Satellite images show the surface area of the oil spill in the Gulf of Mexico has expanded to three times the size it was on Thursday.  On Thursday, the size of the slick was about 1,150 square miles, but by Friday’s end it was in the range of 3,850 square miles, said Hans Graber, executive director of the university’s Center for Southeastern Tropical Advanced Remote Sensing.  Comparatively speaking, the oil slick grew from a spill the size of Rhode Island to something closer to the size of Puerto Rico.

A sheen of oil from the edges of the slick washed up at Venice, Louisiana, and other extreme southeastern portions of  forcing Louisiana to close shrimping grounds and oyster beds. There has been no significant impact to Gulfport, Louisana;  Pascagoula, Mississippi; Biloxi or Mobile, Alabama routes at this time.

However, with the wind blowing from the south, parts of the oil slick could reach the Mississippi, Alabama and Florida coasts within 72-96 hours. Officials are coordinating relief efforts in all coastline states for oil absorption and wildlife rescue.

The spill  threatens hundreds of species of wildlife, including birds, dolphins, and the fish, shrimp, oysters and crabs that make the Gulf Coast one of the nation’s most abundant sources of seafood which prompted Florida, Alabama and Louisiana to declare a state of emergency due to economic downfall.

“With our natural resources, our businesses and our coastal communities in harm’s way, Alabama can’t afford to take anything for granted,” stated Alabama Governor Bob Riley.

There have been several attempts at a response to contain the oil spill, despite the currently tumultuous weather  and whipping winds.  Besides the two C130s that were sent to the Gulf yesterday, they also applied a test application of the dispersant at the source of the leak (submerged at 5,000 feet) in attempts to break up the oil before it reaches the surface. As of this point, 70,000 gallons of dispersant have been used in the effort to curtail the oil slick.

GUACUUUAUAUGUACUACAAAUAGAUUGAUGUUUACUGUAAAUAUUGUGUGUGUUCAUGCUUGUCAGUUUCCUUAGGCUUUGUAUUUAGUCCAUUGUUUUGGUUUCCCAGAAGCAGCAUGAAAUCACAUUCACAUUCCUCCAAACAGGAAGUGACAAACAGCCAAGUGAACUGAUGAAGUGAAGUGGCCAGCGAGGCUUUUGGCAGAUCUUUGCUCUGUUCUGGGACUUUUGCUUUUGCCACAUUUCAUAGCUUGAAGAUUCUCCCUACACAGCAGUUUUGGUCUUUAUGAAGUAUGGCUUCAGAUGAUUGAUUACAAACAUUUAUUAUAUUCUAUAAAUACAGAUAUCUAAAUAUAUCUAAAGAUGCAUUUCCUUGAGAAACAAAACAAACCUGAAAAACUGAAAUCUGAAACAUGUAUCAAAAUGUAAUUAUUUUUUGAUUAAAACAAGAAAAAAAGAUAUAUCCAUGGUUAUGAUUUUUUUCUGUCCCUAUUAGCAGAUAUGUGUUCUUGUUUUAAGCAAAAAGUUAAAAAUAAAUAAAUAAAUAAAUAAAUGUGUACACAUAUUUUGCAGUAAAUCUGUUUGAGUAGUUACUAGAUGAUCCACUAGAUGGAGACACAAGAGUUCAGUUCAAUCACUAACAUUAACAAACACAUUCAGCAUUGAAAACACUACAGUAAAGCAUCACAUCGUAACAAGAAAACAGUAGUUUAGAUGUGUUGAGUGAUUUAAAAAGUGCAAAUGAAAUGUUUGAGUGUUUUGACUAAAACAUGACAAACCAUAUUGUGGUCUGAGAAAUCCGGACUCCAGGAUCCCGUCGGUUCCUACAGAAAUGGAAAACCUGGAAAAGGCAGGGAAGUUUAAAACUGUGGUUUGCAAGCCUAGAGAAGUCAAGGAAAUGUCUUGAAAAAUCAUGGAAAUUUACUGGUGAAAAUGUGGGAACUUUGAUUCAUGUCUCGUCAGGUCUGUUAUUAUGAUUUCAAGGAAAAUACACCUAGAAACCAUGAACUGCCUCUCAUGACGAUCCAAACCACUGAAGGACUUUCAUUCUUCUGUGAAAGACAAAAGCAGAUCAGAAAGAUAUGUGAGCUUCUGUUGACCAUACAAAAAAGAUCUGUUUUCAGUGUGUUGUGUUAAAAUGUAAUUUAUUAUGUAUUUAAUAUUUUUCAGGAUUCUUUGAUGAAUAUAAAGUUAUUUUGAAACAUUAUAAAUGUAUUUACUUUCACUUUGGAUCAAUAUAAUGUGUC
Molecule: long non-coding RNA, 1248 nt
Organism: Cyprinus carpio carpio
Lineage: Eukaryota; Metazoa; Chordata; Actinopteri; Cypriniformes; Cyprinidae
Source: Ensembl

Additionally, 1 million feet of boom have been put into place but to little avail as the choppy waters of the Gulf are splashing over the boom. The relief well is being put into place but will not be utilized right away as the depth and distance of the leakage has to be taken into consideration.

Further, a coeffer dam is being discussed as a possible solution as well as placing a crimp approximately 2 feet above the stack to further lessen the amount of oil flow and cutting out a portion of the pipe altogether and replacing the faulty equipment.

A solution was presented in the teleconference to increase the flow through the five rivers that dump into the Mobile Bay as a counter resistance to the oil flow; however, this would only solve a portion of the problem.

The oil spill has been assessed to be more than 10 million gallons which is nearly as large as the slick created by the Exxon Valdez, when an oil tanker spilled 11 million gallons off Alaska’s shore in 1989 resulting in the largest oil spill in U.S. history.

When asked for an estimate of  the oil flow, Coast Guard Admiral Thad Allen, the newly appointed head man for the Gulf Coast oil spill replied, “any exact estimate is probably impossible at this time.” However, it is estimated that 200,000 gallons of oil are spewing out each day.

Regarding the flow rates, the Mobile Press Register reported that an internal memo from the National Oceanic and Atmospheric Administration that laid out a worst-case scenario of 50,000 barrels a day pouring from the unchecked wellhead.

Experts also cautioned that if the spill continues growing unchecked, sea currents could suck the sheen down past the Florida Keys and then up the Eastern Seaboard.

Although the cause of the explosion was under investigation, many of the more than two dozen lawsuits filed in the wake of the explosion claim it was caused when workers for oil services contractor Halliburton Inc. improperly capped the well — a process known as cementing. Halliburton denied the charges.

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